It controlled me emotionally in ways a song had never really controlled me before. I felt like I was going to cry from the beauty. It just grabbed me with a Rumsfeld-esque "Attention Grasp" and wouldn't let go. Each dizzying climax was more amazing than the last. I wasn't alone as people literally starting screaming along to the song and dancing some in their seats. And when it was all over, I sprung immediately to my feet and started clapping wildly. In my head, the conversation was one of the oddest ever. One part of my was screaming "UNBELIEVABLE" over and over and over. The internal narrator was telling me that I was acting so....genuine. I mean to physically express enjoyment over the musical experience???? That's what the "plebes" do! But all my arrogance, all my ego, it was all broken down by that song.
You want to find music that makes you feel good. If a song makes you feel happy, you like it. If a song makes you feel ecstatic, you love it. And if a song makes you feel positively fucking INVINCIBLE, it is one of the greatest experiences of your life.
The next song was plodding, it was slow, it seemed like a funeral dirge. But it was exactly what I needed to calm down. Like a post-coital cigarette, it gave me the chance to relax before the last two songs of the night.
The second to last song was the big rap numbers. Lyrics Born, one of the two named artists, had not done much to that point. A few verses in the first half, really. This was his time to shine. And look, I'll be honest, I don't know much about rap music. But the whole group brought the energy on this. This song had the entire audience on its feet dancing. A 1,000 person audience of people who had, ostensibly, come to see jazz music up on their feet. Dancing in their seats. Dancing in the aisles. An array of rappers, rapping along to 2 drummers, a DJ, a huge big band, and a string section. They even had the jazz musicians taking solos during the rapping. That was fairly awesome, sax and rap duet, as it were.
It was a call and response tune where Lyrics Born would implore the audience to rap along with him. It worked. Period. I wish I had a better appreciation of rap music to help explain the song, but I lack the necessary context.
The last song might have been even better. It was a really funkified version of some old cop show theme song ("Streets Of San Francisco"). People rapping along, taking turns to the funky beats. It was different than the previous song, because here, instead of Lyrics Born being the lead, all the rappers were involved, trading 4s or 8s or whatever they do. The people were still dancing and I was there along with them, boogying down with my scarf in what I can only assume was an embarrassingly awkward manner.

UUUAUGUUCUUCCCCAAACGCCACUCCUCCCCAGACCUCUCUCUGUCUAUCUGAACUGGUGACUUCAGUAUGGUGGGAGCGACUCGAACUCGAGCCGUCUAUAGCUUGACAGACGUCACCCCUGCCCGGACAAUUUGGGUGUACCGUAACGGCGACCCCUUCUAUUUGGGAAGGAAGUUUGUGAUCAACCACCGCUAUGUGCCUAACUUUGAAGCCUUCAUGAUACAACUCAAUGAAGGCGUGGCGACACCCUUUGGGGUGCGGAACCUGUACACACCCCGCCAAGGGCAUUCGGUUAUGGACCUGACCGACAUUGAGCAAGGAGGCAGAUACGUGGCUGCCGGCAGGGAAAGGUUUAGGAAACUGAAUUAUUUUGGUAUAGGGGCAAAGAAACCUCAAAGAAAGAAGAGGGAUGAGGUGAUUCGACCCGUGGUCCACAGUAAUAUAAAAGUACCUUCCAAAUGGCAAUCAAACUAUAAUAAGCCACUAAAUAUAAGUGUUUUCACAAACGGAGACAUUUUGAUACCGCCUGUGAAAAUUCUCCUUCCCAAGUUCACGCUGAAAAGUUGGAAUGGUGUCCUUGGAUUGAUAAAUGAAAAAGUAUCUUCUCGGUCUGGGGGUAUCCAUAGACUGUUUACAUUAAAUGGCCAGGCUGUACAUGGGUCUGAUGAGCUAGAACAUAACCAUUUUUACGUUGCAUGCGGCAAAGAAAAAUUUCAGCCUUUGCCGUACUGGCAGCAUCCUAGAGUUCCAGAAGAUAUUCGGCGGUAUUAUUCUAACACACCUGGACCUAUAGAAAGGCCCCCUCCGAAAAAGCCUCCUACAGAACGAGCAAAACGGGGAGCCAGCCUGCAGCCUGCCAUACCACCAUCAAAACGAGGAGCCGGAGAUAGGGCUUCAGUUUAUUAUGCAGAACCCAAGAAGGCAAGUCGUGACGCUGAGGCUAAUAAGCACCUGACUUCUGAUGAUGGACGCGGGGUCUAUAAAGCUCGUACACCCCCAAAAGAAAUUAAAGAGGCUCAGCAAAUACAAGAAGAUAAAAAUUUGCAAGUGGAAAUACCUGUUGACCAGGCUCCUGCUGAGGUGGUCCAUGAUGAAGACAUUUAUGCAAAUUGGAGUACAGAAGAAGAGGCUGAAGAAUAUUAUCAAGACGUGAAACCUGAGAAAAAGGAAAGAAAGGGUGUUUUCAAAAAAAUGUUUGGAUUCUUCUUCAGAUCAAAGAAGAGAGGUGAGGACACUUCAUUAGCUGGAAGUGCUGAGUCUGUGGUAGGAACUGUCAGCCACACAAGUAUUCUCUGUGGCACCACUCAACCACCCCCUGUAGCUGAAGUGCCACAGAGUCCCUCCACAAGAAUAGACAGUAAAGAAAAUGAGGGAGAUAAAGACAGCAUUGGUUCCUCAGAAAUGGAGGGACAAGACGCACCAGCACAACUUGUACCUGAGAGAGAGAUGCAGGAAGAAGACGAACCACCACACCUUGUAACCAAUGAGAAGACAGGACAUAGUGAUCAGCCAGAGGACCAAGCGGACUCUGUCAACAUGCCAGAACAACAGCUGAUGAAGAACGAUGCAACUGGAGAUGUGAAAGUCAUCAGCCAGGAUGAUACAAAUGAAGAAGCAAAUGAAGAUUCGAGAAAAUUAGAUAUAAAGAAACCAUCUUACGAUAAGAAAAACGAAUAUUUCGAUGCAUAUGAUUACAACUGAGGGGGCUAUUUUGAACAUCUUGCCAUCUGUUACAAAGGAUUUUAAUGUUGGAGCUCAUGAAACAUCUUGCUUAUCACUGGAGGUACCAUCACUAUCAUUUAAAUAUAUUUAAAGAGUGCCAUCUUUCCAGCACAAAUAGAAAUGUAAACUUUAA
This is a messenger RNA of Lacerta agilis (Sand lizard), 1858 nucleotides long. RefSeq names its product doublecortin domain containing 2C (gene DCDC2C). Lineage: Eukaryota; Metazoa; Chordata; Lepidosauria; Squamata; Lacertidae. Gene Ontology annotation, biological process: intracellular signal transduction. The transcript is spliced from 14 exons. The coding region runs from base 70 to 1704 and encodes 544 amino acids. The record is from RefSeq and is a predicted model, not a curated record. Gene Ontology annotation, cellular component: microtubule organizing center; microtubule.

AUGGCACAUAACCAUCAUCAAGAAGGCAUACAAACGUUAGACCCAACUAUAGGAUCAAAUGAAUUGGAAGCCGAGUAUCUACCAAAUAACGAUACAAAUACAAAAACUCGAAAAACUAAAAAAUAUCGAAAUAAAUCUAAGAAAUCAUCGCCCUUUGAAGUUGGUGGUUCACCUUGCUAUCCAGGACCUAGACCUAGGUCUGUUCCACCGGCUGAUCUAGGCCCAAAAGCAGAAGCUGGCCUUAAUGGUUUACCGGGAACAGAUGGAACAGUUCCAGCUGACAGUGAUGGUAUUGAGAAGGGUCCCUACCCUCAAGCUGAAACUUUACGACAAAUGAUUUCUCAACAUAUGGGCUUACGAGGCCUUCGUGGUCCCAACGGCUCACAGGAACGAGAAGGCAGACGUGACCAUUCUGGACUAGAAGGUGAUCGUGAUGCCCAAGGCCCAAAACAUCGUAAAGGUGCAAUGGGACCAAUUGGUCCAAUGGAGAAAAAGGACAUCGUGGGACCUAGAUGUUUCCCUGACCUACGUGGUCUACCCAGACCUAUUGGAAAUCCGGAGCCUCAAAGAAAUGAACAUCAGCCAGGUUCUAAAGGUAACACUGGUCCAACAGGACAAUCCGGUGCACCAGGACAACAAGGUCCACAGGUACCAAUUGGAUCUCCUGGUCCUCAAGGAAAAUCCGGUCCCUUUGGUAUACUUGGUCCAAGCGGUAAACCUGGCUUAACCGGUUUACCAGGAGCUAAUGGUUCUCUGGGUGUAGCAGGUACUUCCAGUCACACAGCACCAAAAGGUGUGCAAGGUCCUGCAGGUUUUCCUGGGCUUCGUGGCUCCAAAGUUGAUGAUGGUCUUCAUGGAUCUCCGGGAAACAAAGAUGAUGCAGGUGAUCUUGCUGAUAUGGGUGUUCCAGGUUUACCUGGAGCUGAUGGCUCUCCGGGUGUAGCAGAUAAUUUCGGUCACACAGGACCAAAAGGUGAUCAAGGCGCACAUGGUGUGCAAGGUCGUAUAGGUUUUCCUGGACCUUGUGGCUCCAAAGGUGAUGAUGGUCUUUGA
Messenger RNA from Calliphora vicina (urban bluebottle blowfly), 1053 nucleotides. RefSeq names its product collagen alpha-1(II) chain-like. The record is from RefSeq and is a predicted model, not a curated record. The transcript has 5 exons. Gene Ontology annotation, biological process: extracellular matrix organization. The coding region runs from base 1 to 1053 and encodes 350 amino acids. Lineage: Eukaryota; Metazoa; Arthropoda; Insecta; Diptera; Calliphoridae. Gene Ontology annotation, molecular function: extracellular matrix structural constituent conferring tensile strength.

At its peak, the music of the night was like a spinning top. Chaos controlled just enough to keep it going and upright. Dramatically close to toppling over into something bad. But dramatically undulating over and over and over and over. With over 60 different musicians on the stage, you are going to get a cornacopia of musical sounds going at the same time. The potential for disaster was there. But the top never fell over. And that was the most amazing part. The complex melodies seemed to simple. Simplex as it were. No matter what made up terms you use, it was white hot American awesome.
Where to go from here? Well, a smaller chunk of the Orchestra (the Realistic Orchestra) is playing a few shows in the month of May. They are playing at the Independent. I forget exactly when that is. But they are playing at the Downlow right in downtown Berkeley on 5.22. The 20 piece orchestra is doing the music of James Brown and Stevie Wonder. This should be truly amazing. Here is the schedule with all the information.
You should try to support your local artists and musicians and come out. It will be a fun time! And I promise NOT to write a 400,000 word screed about that concert afterwards.
Mack is going to take the Browns to the Superbowl (that.......came out wrong):
NEW YORK, NY - Former Cal football player Alex Mack was selected Saturday by the Cleveland Browns in the first round of the 2009 NFL Draft with the 21st overall pick. The first center taken in this year's draft is the 23rd player in Cal history to be selected in the first round and only the fourth offensive lineman. His selection at No. 21 overall is the highest a Cal offensive lineman has been drafted since Tarik Glenn was taken at No. 16 overall by Indianapolis in 1997.
"Playing in the NFL is a dream come true and I am thrilled to be a Cleveland Brown," said Mack. "I am so thankful to Coach Mangini, Mr. Kokinis, Coach Warhop and the rest of the Browns' organization for choosing me. I am also honored to have the chance to be able to play in front of some of the best fans in the nation. I know that the draft is just the first step, and I am eager to start working so I can be ready to contribute in 2009."
"We're really proud of Alex," said Cal head coach Jeff Tedford. "It's very well-deserved. He's meant a lot to our program, and he will be a great professional. He's a guy that works very hard and provided a lot of stability, guidance and leadership for our program. I'm just really proud that he came back for his senior year (in 2008) and it all worked out. It's great for him because of winning the Draddy Award and then now being selected so high in the draft. It couldn't happen to a better person."
"I'm very happy I came back for my senior year," added Mack. "It was probably one of the smartest decisions of my life. I'm very grateful for the people that pointed me in the right direction."